Dec 7, 2010 - Parenting, Philosophy    No Comments

A Tale of Two Schools….and having a choice to make.

Choosing a School

I have been meaning to write about this ever since G started at her ‘new’ school, and that was back in September!

In between we’ve had the ‘New School’ experience, the Malaysia-n trip and now we’re in the midst of all the Xmas festivities I realised that I had better write about it before the year ran out!

Choosing a school can be as easy or as hard as you like it to be really, and at the end of the day, the child is still going to get an education (good or bad – is relative). We all want to do what is right and what is best for our children and so we make the effort and visit schools, talk to teachers, head teachers, other parents, listen to friends and relatives and basically anyone who has an opinion. But at the end of the day – the choice is your own and only your own to make.

I suspect it’s actually quite easy if there was no choice and there was only one school, but as we live within the catchment area for two, both very good, under-subscribed schools – it becomes a bit more complicated.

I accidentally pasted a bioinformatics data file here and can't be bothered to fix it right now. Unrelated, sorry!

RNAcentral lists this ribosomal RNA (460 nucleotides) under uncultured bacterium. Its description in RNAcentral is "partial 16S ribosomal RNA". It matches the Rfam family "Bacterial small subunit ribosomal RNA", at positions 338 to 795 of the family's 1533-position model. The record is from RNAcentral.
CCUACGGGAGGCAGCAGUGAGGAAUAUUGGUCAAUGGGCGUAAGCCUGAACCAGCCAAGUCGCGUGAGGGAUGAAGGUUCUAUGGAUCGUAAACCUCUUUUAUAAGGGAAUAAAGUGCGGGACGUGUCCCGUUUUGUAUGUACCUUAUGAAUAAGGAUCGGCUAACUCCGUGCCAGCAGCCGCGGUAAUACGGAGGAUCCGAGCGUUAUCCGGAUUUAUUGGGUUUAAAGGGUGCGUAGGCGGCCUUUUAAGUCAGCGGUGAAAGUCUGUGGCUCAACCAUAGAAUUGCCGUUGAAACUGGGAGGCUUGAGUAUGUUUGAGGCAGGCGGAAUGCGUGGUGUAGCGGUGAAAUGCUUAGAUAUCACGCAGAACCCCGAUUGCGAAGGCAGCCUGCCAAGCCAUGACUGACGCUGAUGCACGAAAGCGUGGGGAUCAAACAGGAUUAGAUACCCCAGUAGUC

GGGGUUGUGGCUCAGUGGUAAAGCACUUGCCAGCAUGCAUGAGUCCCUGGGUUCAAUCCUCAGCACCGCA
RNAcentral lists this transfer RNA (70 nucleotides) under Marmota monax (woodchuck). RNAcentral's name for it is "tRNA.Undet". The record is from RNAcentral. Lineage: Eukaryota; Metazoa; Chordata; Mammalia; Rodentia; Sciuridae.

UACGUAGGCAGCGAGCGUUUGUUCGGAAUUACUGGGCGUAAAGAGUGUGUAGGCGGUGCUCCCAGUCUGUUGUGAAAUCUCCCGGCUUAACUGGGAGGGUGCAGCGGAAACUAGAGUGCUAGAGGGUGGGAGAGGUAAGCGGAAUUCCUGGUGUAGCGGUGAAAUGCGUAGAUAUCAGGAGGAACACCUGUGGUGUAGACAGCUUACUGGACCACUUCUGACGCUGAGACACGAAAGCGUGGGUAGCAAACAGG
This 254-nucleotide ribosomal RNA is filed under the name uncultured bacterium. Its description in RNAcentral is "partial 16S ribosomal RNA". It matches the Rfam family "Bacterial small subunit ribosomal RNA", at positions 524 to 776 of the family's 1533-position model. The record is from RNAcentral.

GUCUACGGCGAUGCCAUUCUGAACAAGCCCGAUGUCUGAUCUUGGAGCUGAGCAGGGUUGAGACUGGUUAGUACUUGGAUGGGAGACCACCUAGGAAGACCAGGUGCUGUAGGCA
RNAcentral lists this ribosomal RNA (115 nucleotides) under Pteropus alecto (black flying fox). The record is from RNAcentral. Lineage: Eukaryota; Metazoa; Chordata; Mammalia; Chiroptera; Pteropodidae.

In signing Georgia up to the nearest nursery (attached to a school), rightly or wrongly convenience was completely the basis of my decision – it was a 5 minute flat walk away. If you like me, have grown up being driven and driving everywhere (blame malaysian weather!), and have a very reluctant walker for a child (I wonder why?) you would understand my motives. Still…it was a nice nursery and she absolutely loved one or two of her teachers, and that was nice.

There were however always sneaky little things that quite upset me. The children seemed to have to ‘fight their corner’ a lot. Sharing although emphasised verbally – never seemed to be practised. I noticed a change in behaviour in Georgia in that she used to be very sharing and giving and after a while she stopped and started to be more selfish and wary about sharing. I used to think it was a growing phase and time and time again we would keep telling her that visitors won’t take your toys home – but the message never really got through.